PMO spearheading efforts to better assess employment-related data.
New Delhi: To accurately map the employment-related data on real-time basis, which will help in assessing the contribution of the country’s large informal sector in the economy, the Centre is planning to introduce a periodic labour force survey, through which quarterly and annual estimates on employment as well as unemployment would be readily available.
According to highly-placed sources, under the supervision of the Prime Minister’s Office (PMO), efforts are being made to better assess the employment-related information in the informal sector. To achieve the objective, a periodic labour force survey will be launched soon, which will not only improve the frequency of the availability of data related to the contribution of the informal sector but will also help in achieving it in a dynamic manner.
As of now, the employment and unemployment surveys are conducted by the National Sample Survey Organisation (NSSO) and other related organisations of the labour ministry. However, the PMO was keen on streamlining the process, and wanted a reliable and comprehensive estimates on employment and unemployment in the country on a more regular basis.
Sources privy to the developments said after several rounds of meetings between the labour ministry and ministry of statistics and programme implementation (MoSPI), which were supervised by the PMO, it was decided to launch the periodic labour force survey, for generating quarterly estimates on the aforementioned data in respect of urban areas, as well as annual estimates on the same, both for rural and urban areas.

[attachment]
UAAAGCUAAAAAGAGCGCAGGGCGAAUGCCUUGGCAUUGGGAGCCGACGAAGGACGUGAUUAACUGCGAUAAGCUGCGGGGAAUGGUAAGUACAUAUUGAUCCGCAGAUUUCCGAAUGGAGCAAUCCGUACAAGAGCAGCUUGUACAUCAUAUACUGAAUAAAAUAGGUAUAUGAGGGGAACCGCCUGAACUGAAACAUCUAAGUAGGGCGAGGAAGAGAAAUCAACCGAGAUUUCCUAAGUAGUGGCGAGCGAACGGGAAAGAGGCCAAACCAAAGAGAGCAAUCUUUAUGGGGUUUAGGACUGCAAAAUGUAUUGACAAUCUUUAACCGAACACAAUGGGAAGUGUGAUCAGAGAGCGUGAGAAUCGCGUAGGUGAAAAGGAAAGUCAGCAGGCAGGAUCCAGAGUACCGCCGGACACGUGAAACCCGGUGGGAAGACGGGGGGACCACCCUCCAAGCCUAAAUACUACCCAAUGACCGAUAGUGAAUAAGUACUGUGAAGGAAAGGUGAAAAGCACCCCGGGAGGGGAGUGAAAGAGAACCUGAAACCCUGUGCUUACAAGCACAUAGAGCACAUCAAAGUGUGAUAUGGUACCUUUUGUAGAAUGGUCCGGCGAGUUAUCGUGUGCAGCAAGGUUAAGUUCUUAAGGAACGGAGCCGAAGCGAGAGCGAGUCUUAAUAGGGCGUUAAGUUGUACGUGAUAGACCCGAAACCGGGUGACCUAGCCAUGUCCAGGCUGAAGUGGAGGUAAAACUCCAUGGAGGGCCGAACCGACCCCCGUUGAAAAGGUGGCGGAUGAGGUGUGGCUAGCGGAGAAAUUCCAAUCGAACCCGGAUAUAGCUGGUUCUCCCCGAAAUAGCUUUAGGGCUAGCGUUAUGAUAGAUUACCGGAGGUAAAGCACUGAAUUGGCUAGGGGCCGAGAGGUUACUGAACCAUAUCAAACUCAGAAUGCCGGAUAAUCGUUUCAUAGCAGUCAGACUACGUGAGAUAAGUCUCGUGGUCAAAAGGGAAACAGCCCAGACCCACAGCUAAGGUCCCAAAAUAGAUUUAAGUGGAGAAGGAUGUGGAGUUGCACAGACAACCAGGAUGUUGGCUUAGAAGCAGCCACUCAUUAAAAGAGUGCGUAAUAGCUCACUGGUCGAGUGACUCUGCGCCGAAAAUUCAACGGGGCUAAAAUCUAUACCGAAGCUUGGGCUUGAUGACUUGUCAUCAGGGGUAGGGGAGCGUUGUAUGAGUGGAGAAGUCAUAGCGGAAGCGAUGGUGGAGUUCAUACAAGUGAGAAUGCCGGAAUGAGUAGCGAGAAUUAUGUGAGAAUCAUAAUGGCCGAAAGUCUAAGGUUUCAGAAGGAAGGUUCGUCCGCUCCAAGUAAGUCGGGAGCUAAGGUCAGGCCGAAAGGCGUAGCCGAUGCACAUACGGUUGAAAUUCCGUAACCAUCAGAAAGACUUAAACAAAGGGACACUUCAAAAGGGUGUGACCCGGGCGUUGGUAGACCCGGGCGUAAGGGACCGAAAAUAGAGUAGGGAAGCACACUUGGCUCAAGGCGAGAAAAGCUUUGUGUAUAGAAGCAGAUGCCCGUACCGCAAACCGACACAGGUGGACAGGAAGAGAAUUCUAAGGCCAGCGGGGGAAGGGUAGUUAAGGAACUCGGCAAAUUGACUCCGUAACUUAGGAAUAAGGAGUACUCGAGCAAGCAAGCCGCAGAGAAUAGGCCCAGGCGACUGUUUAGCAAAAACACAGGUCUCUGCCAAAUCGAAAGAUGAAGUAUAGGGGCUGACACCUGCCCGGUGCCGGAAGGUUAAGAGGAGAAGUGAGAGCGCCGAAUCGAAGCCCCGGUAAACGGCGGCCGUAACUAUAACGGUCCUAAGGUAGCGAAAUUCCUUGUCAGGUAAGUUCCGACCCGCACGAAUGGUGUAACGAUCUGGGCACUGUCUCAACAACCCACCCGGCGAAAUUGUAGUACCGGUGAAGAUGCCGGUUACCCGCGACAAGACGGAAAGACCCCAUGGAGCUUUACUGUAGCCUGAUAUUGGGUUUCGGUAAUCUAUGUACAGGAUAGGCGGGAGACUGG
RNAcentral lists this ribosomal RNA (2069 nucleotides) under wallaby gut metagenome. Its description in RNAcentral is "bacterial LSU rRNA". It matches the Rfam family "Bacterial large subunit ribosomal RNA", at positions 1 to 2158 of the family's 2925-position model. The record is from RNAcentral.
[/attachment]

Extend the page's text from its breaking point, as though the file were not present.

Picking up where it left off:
Under the current system, data collection for the informal sector is quite difficult, mainly due to the fact that a large number of units in the sector don’t maintain accounts of their economic activities.
Such units are identified on a periodical basis through economic census and with the help of detailed information from a representative sample of units in the sector. This information is collected through oral interviews, which mainly are connected to their activity during the past 30 days. At least one such survey is carried out in five years.
Therefore, the concept of launching a periodic labour force survey is a step towards improving the frequency of such data collection exercise, as the lack of frequent estimates on employment and unemployment in the country is considered as a major handicap by policymakers and analysts. They find it difficult to calculate the impact of policies on the real-time job market, sources pointed out.